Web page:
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  1. #1
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    help me lighten my trail bike

    so, here's my deal. i ride a 5" trail bike (azonic saber) and currently only have 2 bikes, this one and a freeride hardtail/dirt jump bike. i want to shed some weight from my trail bike because it's a porker. BUT, it still needs to be strong as i use it for a lot more than trail riding. i'll often do local shuttle runs with the dh'ers (and use both my hardtail and Saber), and i use it for jumping sometimes. so i use the bike for everything, and as a former DH, i beat the hell out of my bikes, especially the wheels. right now the bike is around 36 lbs, and i know it's not gonna be sub 30, but it'd be nice to shed some pounds for the climbs so i can keep up with my XC racing friends. i also plan on using it for racing some collegiate XC this fall. oh yeah, and i'm poor, so i can't afford to go too crazy. here's the build-

    Azonic saber with Romic shock (steel spring)
    '03 Rock Shox Psylo SL
    Deore disc hubs, 14g spokes, brass nipples, rhyno lite rims
    normal tubes, Michelin Hot S 2.5 tires
    Avid mechanical disc brakes with XTR levers
    SRAM X9 shifters and rear derailleur
    LX front derailleur
    Deore hollowtech cranks/bb
    SRAM PC69 chain
    26-36 chainrings (cheap shimano ones) with E13 DRS dual ring chainguide and bashguard
    LX cassette
    Thomson post and Titec Berserker saddle
    salsa stem and Easton EA70 bar
    FSA Pig headset
    Shimano M646 pedals

    i don't want to be difficult, but i'm not likely to change my rims/tires. rhyno lites have served me well for years and i don't want to run rims narrower than 28mm or tires less than 2.5. if i had a shorter travel, more XCish bike, i'd be fine with narrower treads, but on this bike, they gotta be burly.
    now, if i'm not gonna lose rotating weight, is this project even worth spending the money on? i know, i gotta ditch the headset (i had it laying around), a Ti spring would help ($!), and i could have lighter pedals, but i do like the stability of the 646's over little dinky pedals. i'm not adverse to the idea of a lighter set of pedals, but i'd still keep the 646's, so they've gotta be Shimano.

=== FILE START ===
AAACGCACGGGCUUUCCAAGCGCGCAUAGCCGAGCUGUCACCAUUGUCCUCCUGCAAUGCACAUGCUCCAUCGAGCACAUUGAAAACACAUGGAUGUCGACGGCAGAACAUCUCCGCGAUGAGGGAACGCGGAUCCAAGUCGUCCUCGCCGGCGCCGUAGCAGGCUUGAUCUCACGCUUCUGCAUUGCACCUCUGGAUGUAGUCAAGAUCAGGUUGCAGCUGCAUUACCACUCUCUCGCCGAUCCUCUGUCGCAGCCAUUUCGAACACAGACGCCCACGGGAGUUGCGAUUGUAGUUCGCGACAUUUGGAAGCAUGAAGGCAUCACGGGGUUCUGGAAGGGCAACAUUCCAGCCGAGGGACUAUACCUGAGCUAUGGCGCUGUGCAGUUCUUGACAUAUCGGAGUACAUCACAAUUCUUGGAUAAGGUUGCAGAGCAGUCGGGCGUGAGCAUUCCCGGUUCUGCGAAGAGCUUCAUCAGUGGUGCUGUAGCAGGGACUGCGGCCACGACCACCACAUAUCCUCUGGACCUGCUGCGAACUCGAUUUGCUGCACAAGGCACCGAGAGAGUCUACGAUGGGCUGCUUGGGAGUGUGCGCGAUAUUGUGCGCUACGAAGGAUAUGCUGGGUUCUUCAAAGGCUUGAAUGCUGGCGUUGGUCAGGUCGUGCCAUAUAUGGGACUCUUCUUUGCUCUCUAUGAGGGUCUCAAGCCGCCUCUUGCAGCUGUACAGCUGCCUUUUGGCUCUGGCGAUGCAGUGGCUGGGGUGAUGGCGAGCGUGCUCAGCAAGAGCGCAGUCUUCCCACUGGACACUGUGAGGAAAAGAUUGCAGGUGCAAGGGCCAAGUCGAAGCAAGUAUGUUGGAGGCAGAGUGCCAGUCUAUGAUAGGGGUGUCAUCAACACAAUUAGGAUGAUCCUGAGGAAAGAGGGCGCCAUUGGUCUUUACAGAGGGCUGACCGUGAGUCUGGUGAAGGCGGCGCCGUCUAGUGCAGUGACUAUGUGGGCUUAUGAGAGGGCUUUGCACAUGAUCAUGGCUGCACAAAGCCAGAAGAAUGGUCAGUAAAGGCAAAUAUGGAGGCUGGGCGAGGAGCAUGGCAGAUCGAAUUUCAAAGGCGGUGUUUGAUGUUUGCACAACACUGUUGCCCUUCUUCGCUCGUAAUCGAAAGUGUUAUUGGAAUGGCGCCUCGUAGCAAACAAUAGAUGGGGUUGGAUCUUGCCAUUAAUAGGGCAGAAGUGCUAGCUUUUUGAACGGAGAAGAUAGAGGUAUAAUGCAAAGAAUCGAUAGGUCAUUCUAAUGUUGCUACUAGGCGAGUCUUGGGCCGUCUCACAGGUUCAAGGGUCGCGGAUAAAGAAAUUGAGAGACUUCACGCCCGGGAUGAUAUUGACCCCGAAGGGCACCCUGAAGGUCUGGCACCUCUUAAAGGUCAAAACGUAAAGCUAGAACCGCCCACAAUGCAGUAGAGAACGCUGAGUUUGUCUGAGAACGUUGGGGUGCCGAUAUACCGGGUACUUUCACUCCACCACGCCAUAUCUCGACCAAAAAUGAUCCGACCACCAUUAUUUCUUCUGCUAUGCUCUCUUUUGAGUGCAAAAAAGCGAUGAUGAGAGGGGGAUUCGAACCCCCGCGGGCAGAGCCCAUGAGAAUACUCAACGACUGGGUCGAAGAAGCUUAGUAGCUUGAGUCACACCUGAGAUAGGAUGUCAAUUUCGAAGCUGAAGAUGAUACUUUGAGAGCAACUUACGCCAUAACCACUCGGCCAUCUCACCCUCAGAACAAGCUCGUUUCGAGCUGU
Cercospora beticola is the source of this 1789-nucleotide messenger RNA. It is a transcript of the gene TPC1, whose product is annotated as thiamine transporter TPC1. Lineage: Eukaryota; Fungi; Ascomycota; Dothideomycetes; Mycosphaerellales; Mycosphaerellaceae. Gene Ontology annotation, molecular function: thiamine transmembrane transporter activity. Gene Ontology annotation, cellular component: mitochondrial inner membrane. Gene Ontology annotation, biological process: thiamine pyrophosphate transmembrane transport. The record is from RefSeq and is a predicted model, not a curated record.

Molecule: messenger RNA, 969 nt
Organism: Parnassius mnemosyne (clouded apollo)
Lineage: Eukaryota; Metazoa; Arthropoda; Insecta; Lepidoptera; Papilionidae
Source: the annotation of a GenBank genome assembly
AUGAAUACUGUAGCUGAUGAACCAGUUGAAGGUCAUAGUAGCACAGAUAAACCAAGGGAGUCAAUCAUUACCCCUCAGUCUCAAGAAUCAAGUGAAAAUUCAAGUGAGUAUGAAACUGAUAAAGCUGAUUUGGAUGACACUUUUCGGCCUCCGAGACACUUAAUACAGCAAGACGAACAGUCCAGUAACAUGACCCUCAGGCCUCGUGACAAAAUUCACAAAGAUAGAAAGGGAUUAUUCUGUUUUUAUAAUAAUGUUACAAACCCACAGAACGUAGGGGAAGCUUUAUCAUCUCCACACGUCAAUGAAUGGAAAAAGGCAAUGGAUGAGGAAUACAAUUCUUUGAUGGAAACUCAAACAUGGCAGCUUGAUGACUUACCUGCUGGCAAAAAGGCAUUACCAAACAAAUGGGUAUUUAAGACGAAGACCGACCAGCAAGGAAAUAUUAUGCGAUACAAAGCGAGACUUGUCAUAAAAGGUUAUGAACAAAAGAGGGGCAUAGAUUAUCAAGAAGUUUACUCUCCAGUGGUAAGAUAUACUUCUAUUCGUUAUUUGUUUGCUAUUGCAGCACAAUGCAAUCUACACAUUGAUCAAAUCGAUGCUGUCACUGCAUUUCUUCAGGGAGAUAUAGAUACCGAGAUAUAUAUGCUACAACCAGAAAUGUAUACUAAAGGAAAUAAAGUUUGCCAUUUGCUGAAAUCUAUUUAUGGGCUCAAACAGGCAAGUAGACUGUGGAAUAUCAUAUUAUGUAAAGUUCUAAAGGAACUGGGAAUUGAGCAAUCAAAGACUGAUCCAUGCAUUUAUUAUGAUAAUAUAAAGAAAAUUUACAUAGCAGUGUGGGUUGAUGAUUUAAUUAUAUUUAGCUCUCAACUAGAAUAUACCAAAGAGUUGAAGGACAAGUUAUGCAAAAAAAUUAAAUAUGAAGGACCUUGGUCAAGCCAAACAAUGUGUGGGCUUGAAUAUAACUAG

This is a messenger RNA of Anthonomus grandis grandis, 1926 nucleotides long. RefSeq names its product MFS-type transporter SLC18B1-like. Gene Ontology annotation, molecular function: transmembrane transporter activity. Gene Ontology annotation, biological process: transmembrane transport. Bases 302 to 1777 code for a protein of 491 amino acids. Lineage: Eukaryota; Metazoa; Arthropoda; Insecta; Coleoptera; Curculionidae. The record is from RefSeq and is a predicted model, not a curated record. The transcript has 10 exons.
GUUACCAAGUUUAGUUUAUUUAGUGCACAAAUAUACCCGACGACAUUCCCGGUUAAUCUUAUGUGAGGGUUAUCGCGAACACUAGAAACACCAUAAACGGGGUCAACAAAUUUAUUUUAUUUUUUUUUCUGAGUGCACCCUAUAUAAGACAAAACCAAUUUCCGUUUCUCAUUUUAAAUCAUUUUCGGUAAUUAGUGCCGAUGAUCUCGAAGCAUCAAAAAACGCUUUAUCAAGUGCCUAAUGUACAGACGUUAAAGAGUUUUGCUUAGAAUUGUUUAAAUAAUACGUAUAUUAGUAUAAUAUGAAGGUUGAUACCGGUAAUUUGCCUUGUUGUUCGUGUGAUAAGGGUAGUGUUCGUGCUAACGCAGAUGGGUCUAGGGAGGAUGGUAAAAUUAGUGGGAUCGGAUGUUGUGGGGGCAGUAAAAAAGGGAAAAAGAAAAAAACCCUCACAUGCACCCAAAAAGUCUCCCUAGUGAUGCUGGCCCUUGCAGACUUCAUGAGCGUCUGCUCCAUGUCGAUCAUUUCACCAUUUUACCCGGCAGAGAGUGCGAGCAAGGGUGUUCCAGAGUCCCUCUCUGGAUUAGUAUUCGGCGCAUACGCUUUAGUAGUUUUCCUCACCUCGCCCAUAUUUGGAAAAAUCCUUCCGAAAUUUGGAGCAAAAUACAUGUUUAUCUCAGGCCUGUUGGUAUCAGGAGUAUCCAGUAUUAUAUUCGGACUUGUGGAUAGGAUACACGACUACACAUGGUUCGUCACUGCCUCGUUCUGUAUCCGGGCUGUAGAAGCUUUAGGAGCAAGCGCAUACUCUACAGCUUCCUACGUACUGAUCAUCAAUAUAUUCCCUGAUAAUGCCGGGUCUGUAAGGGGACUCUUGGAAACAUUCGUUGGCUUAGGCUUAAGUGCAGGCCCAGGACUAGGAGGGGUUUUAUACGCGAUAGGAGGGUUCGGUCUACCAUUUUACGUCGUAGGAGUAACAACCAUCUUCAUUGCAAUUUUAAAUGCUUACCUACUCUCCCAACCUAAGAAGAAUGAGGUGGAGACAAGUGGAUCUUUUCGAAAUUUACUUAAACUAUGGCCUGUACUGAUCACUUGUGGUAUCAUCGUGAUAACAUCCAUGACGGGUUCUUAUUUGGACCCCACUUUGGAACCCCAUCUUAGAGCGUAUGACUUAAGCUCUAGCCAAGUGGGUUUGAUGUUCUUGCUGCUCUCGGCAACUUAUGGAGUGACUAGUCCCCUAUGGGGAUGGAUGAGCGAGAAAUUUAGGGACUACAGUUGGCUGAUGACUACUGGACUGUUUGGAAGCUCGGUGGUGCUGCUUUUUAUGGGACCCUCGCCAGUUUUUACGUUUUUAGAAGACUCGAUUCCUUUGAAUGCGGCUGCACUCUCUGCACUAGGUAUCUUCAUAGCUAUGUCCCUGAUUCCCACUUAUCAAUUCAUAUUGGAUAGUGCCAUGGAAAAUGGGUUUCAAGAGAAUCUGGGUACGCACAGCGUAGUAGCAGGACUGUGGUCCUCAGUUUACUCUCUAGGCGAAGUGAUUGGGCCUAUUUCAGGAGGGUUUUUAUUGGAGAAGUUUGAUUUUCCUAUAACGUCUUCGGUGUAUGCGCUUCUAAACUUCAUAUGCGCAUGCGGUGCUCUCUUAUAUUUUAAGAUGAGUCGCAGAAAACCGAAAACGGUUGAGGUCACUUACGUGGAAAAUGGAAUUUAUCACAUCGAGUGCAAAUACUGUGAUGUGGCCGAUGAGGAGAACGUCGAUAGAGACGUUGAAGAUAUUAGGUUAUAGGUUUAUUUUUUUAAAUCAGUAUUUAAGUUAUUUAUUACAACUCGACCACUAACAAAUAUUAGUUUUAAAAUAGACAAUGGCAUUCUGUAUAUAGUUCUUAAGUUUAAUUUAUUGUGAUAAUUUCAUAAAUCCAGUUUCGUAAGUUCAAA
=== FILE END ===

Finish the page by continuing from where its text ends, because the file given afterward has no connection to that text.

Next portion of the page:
so, thanks for any help, lemme know if you need more info.

  2. #2
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    Reputation: gonzostrike's Avatar
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    good questions, smelly... and thanks for stating what things you want to keep, because that helps us understand what types of parts will work for you. one of the things that many MTBR readers/participants seem to forget is that one person's "burly, technical XC" is another person's insane DH/FR. when 3 of my Missoula riding buddies went to compete in the Cascade Creampuff in Oregon this summer, they got some funny sideways glances for their "DH-looking" rides... everyone elsewhere seems to be able to get by on the lightest XC equipment, but if you use that stuff where I live and ride, you'd better be either 100 lbs or lighter, or just plain not riding. it won't hold up here.

    I'll assume your riding is tough on equipment like ours is here, and will move on with that assumption.

    First, the wheels -- Deore disc hubs are fairly heavy, especially the rear one. But hub weight isn't nearly as bad as rim/tube/tire weight when it comes time to slim down the bike for longer rides. If you can muster the $$ for a wheel rebuild, I would suggest going to 14/15 double-butted spokes and a lighter rim than the Rhyno Lite. Several other rims are as wide but lighter. Don't be fooled into thinking that the Rhyno Lite rim is what makes your wheel strong. The build is what counts more than the rim. If you want burly and light, have your LBS order some Arrow XC rims, very wide and surprisingly light, with Arrow's reputation for super strong design.

    Second, the saddle -- the Titec Berserkr is a pig of a saddle, and I'll bet you can find something that weighs almost half as much with equal comfort. First suggestion is the WTB Laser V Stealth.